This is by no means a comprehensive summary of all ME/CFS research reported this spring - thankfully, that keeps growing and is too much for me to include all in one post - but I've included a few choice studies that have been released recently that might change things for ME/CFS patients and/or lead to important breakthroughs.
First, some great resources for keeping up-to-date on what's happening in the ME/CFS research world - this is where I usually get my information:
- OMF Science Wednesday - a newish feature from ME/CFS research giant Open Medicine Foundation which features updates on many of the research projects they are working on, introductions to new scientists on their team, and other news. You can also sign up for OMF's e-mail newsletter (I get this, too) and "like" their Facebook page to get additional updates. Some of their updates are short videos from the researchers, in case you have difficulty reading and prefer to get information that way.
- I also rely on the Research 1st newsletter from Solve ME/CFS, another e-mail that includes updates of the many ongoing and new research projects funded by Solve ME/CFS.
- In the UK, the ME Association also publishes summaries and updates of their ongoing research studies. You can receive a copy of their magazine, and - exciting news! - they have a new podcast, The ME Show, that you can listen and subscribe to.
- One of the oldest e-mail newsletters on ME/CFS news (including research news) is Co-Cure. Though their website is no longer available, you can sign up for the Co-Cure newsletter or search through its archives here. This is often the first place that I hear about a new study or publication of research results.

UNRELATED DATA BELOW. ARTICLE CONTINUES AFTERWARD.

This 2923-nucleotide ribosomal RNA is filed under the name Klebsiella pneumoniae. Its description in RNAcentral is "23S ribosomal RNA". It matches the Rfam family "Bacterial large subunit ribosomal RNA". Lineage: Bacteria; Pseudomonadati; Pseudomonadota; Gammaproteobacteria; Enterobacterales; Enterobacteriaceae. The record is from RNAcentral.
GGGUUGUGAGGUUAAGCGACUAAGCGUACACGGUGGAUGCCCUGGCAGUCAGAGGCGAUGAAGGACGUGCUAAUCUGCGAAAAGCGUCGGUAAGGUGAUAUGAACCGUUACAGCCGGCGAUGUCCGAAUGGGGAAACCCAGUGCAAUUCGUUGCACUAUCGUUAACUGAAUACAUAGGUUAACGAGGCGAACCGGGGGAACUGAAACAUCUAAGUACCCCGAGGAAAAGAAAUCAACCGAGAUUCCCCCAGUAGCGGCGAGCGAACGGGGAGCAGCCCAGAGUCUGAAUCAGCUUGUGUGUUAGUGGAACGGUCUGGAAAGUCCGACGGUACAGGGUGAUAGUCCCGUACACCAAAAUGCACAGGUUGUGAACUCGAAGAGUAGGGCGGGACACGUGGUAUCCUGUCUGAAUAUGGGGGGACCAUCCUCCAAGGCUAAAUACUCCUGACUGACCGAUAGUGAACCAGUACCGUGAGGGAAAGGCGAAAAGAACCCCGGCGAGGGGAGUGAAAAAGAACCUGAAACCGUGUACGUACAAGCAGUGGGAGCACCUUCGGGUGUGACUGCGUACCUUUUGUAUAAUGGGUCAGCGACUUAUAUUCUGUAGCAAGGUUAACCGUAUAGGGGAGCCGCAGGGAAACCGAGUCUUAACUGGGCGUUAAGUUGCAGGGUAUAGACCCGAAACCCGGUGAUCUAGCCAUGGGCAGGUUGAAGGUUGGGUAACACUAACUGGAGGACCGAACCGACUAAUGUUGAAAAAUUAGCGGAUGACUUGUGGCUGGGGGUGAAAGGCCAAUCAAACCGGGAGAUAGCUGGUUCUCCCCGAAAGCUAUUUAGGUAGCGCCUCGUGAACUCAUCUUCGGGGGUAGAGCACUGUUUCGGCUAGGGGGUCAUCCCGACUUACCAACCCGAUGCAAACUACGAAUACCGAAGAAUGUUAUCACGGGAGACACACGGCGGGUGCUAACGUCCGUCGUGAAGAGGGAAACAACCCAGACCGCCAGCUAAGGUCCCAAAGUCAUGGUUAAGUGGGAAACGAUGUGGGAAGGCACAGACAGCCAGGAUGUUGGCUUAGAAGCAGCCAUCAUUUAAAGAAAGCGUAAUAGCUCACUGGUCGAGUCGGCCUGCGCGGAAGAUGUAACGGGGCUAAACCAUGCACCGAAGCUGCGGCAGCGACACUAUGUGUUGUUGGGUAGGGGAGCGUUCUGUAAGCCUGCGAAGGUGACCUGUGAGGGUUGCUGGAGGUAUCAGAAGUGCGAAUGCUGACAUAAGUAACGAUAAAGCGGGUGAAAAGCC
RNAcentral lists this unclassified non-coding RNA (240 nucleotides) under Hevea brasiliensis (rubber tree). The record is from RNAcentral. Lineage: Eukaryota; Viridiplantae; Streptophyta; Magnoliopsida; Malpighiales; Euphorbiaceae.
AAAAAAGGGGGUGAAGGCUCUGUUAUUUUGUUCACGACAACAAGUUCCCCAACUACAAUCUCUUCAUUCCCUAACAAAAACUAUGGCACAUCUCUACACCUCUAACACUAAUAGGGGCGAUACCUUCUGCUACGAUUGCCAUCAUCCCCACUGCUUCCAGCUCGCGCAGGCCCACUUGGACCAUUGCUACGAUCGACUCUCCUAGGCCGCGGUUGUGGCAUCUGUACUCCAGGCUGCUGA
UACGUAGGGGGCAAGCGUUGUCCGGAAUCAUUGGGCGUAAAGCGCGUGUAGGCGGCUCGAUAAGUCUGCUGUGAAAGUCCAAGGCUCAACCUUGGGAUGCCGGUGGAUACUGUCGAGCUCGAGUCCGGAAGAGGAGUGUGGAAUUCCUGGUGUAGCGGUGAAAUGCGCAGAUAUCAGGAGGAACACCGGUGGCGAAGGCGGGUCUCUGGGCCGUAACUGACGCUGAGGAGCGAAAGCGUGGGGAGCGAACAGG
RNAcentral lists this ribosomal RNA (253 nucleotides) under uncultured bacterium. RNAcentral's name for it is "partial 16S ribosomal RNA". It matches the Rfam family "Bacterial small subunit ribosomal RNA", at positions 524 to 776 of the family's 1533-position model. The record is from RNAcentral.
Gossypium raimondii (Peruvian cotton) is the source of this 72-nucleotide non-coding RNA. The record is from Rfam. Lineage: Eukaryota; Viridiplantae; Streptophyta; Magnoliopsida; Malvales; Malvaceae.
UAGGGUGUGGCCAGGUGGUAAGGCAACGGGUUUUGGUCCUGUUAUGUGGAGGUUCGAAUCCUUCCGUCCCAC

- Science for ME offers weekly News in Brief reports that you can read here or you can sign up to receive the news briefs via e-mail on this page (upper right corner).
So, some of the latest big updates from the ME/CFS research world include:
- Scientists Discover Promising "Off-Switch" for Inflammatory Diseases - Although ME/CFS is not specifically mentioned in this article, this joint study by American, Irish, and British scientists is important for ME/CFS patients. It is now well-understood that ME/CFS is a disease characterized by high levels of inflammation which contribute to many of our symptoms. So, this new research that found a potential "off-switch," a biochemical made by the body called itaconate, could lead to an important treatment approach for us.
- Infection Elicited Autoimmunity and ME/CFS: An Explanatory Model - This study conducted by a team of Swedish and Libyan scientists proposes a model to explain the process that initiates and sustains ME/CFS, based on other recent studies of the disease that have been reported. Their theory involves an infectious trigger and a cascade of immune dysfunction effects, leading to problems with endocrine dysfunction, energy production, orthostatic intolerance, and more. We need this kind of scientific study that pulls together the wide variety of research occurring in different fields to propose models that explain the disease as a whole - only by understanding its genesis and how it is sustained can we hope to figure out how to stop the process.
- Exercise Elevates Blood Signature Difference Between People With and Without ME/CFS - Top ME/CFS researcher and clinician Dr. Jose Montoya at Stanford University found that taking blood samples after exercise better allowed doctors to identify the ME/CFS patients versus sedentary controls. This is very important because we desperately need a solid way to diagnose ME/CFS, and while many studies have found abnormal identifiers in the blood of some patients, it is not always a reliable indicator in all patients. This work could lead to a combined exercise-blood testing approach to help diagnose ME/CFS (obviously this would not work in those so severely affected that they can't exercise at all, even for a test).